October M&A highest on record

Technology and health care companies prove popular targets
Thursday 12 Jan 2017 Author: William Cain

A landslide of mergers and acquisitions (M&A) in the fourth quarter of 2016 saw the highest value of deals ever recorded in a single month in October.

Global deal-making hit $526bn in October 2016 driven by megadeals including US telecom network AT&T’s (T:NYSE) offer for media and entertainment outfit Time Warner (TWX:NYSE) and British American Tobacco’s (BAT) $58.1bn bid for Reynolds American (RAI:NYSE).

Staying on the sidelines

Action in M&A markets was mainly driven by publicly owned businesses buying each other, according to research published by Ernst & Young (EY). Private equity acquisitions were lower in October 2016 compared to a year earlier and the overall value and number of deals for 2016 was down year-to-date at that point.

In the UK and Ireland, inbound M&A in the 12 months to October totalled $147bn, down 54% on a year earlier, while outbound M&A was $121.6bn, up 5%.

Investors in the UK looking to bag takeover targets ahead of deal announcements should focus their attention on the technology sector, which topped the deal value league table in both North America and Europe, according to the EY research. Banking and capital markets businesses, led by the Deutsche Boerse offer for London Stock Exchange (LSE), and industrial products businesses were also popular sectors in Europe.

‘Everything is changing for global companies, except the expectations of their stakeholders around growth and returns – profitable growth is a mainstay demand of business,’ says EY global vice chair of transaction advisory services Steve Krouskos.

‘But turbocharged technological advances and an unsettled geopolitical landscape have changed the M&A field of play forever... the quickest route to innovation and growth is M&A – mergers, acquisitions and alliances.’

Premium bids

Bid premiums paid to target shareholders in Europe were around 18%, down from 19% in 2015. Valuation multiples of acquired businesses declined slightly. Average enterprise value to earnings before interest, tax, depreciation and amortisation (EV/EBITDA) multiples offered by bidders were 9.5 versus 10.0 a year earlier.

Bidders were mostly likely to pay big valuation multiples in health care with EV/EBITDA multiples averaging 12.6 and in technology, with average multiples at 10.9.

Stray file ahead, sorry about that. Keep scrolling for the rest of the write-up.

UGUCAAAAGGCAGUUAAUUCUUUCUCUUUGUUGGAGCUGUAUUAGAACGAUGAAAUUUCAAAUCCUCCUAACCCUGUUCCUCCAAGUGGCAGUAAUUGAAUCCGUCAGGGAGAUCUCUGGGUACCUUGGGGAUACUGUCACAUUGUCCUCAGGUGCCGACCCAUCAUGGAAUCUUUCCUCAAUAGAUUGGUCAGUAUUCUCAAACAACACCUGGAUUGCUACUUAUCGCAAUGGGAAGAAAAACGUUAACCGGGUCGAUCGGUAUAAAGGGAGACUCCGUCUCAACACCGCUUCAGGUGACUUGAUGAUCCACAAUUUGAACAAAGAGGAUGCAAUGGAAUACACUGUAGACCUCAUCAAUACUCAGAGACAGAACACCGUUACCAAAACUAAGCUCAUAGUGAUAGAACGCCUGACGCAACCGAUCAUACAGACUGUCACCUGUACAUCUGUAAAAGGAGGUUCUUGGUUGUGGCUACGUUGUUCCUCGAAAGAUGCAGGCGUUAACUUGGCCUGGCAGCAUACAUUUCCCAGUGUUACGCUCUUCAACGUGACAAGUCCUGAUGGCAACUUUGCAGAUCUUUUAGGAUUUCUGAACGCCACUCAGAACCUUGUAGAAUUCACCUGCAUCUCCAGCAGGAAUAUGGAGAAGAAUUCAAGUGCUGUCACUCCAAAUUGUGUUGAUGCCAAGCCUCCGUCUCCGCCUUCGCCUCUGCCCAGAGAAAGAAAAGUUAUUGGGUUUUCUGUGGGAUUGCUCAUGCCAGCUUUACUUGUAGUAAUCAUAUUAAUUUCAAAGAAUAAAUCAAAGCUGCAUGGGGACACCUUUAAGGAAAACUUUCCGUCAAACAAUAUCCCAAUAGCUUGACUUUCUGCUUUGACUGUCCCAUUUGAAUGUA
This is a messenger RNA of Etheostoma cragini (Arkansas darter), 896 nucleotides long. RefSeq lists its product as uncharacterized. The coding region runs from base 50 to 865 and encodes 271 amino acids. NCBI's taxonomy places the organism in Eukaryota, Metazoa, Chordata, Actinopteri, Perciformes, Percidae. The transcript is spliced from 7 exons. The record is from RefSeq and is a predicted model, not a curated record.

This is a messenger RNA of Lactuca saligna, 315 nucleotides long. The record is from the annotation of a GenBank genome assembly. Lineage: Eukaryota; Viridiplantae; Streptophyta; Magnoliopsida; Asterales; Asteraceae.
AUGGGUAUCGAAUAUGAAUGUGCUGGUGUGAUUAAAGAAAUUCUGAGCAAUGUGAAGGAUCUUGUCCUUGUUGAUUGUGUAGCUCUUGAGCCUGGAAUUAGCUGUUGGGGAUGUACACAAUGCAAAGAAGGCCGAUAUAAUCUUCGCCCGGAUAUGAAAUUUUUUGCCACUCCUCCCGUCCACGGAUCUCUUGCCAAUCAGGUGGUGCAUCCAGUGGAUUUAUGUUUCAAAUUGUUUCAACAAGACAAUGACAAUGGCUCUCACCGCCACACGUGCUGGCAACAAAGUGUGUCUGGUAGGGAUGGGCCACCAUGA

The lowest valuation multiples were paid in telecommunications at 7.3 times EBITDA and automotive and transportation at 8.2.

Private equity companies favoured deals in technology, which accounted for $57.6bn of deals in 2016 up to the end of October, utilities ($29.5bn), health care ($28.9bn) and consumer goods ($25.1bn). One of the biggest private equity deals in October was the purchase of one private equity company by another as Goldman Sachs and the Canada Pension Plan Investment Board bought London-listed SVG Capital (SVI) for just under $1bn.

Disclosure: The author owns shares in BAT

‹ Previous2017-01-12Next ›

Important information:

These articles are provided by Shares magazine which is published by AJ Bell Media, a part of AJ Bell. Shares is not written by AJ Bell Youinvest.

Shares is provided for your general information and use and is not a personal recommendation to invest. It is not intended to be relied upon by you in making or not making any investment decisions. The investments referred to in these articles will not be suitable for all investors. If in doubt please seek appropriate independent financial advice.

Investors acting on the information in these articles do so at their own risk and AJ Bell Media and its staff do not accept liability for losses suffered by investors as a result of their investment decisions.

The Shares team

The value of your investments can go down as well as up and you may get back less than you originally invested. We don't offer advice, so it's important you understand the risks, if you're unsure please consult a suitably qualified financial adviser. Tax treatment depends on your individual circumstances and rules may change. Past performance is not a guide to future performance and some investments need to be held for the long term.